Hepatoprotective effect of quercetin: From chemistry to medicine

Food Chem Toxicol. 2017 Oct;108(Pt B):365-374. doi: 10.1016/j.fct.2016.08.034. Epub 2016 Aug 31.


Liver diseases caused by viral hepatitis infections have a negative impact on global health. Approximately 30 million people in the USA and 29 million people in the European Union suffer from chronic liver disease. There are many kinds of diseases of the liver, caused by viruses, such as hepatitis A, hepatitis B and hepatitis C, or by certain drugs and poisons including excessive alcohol consumption. Many herbal medicines are used in traditional medicine for their protective and therapeutic properties against liver diseases. Among their bioactive components, flavonoids have been found to be active against liver dysfunction and damage caused by liver diseases. Extensive evidences report that quercetin (QE), a major flavonol commonly found in apple, berries, onion, citrus fruits, cruciferous vegetables, tea, pepper, tomato, whole gain, cocoa and red wine, displays a wide range of healthy properties, including anti-oxidative, anti-inflammatory, anti-apoptotic and hepatoprotective activities against various hepatic ailments. This review aims to critically analyze the available literature regarding the hepatoprotective effects of QE with special emphasis on its mechanisms of actions. To provide a complete picture of QE, its distribution, chemistry, biosynthesis and bioavailability are reported. Overall, data in literature shows that QE appears to be a promising hepatoprotective compound.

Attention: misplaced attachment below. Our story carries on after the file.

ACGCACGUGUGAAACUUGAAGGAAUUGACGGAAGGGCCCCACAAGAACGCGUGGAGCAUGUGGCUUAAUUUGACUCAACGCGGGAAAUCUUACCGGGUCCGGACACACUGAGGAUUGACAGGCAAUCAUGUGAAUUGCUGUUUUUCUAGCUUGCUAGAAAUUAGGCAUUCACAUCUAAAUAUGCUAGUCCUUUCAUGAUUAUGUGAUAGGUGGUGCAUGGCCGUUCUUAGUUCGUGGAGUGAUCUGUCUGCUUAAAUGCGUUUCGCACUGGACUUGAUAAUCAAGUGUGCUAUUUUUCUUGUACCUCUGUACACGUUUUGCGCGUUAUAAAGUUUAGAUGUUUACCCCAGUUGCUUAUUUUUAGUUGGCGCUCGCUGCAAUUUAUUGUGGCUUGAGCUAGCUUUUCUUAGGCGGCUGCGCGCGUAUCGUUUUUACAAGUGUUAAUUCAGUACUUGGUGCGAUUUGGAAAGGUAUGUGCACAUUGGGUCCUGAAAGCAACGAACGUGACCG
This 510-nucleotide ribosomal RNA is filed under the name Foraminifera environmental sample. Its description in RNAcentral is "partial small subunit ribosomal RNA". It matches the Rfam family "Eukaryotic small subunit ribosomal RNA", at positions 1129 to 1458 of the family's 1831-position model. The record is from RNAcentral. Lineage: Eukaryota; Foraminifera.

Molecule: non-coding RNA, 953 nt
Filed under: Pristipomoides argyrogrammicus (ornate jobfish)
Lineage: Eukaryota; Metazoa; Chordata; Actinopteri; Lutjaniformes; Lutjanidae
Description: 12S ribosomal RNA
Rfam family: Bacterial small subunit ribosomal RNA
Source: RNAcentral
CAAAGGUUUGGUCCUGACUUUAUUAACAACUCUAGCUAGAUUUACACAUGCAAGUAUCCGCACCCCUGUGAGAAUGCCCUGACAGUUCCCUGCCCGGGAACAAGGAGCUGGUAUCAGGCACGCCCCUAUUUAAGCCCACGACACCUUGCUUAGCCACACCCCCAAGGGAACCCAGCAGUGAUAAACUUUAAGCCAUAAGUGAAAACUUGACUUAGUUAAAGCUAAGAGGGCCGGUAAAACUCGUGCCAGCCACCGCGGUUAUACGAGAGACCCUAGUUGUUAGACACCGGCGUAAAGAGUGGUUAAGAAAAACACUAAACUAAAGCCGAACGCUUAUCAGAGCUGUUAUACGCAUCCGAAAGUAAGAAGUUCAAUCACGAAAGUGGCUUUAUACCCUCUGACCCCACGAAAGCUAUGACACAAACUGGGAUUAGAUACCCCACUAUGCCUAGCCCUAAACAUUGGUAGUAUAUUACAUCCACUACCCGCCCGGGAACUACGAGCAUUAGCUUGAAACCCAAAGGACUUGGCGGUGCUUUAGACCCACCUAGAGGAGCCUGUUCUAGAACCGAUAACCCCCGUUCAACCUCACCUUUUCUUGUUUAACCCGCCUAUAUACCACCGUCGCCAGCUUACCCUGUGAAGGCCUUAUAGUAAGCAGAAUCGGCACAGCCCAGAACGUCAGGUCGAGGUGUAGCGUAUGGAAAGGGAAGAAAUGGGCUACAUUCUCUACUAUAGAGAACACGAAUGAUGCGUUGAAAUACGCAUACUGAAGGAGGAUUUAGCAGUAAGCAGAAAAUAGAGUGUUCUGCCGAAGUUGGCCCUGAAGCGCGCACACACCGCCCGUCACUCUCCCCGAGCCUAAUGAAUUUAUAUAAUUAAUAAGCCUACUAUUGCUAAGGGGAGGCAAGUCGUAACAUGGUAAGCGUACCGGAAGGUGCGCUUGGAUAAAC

Keywords: Flavonoid; Hepatoprotection; Liver diseases; Oxidative stress; Quercetin.

Publication types

  • Review

MeSH terms

  • Anti-Inflammatory Agents / chemistry
  • Anti-Inflammatory Agents / pharmacology*
  • Antioxidants / chemistry
  • Antioxidants / pharmacology*
  • Food Analysis
  • Hepatitis, Viral, Human / drug therapy*
  • Humans
  • Quercetin / chemistry
  • Quercetin / pharmacology*


  • Anti-Inflammatory Agents
  • Antioxidants
  • Quercetin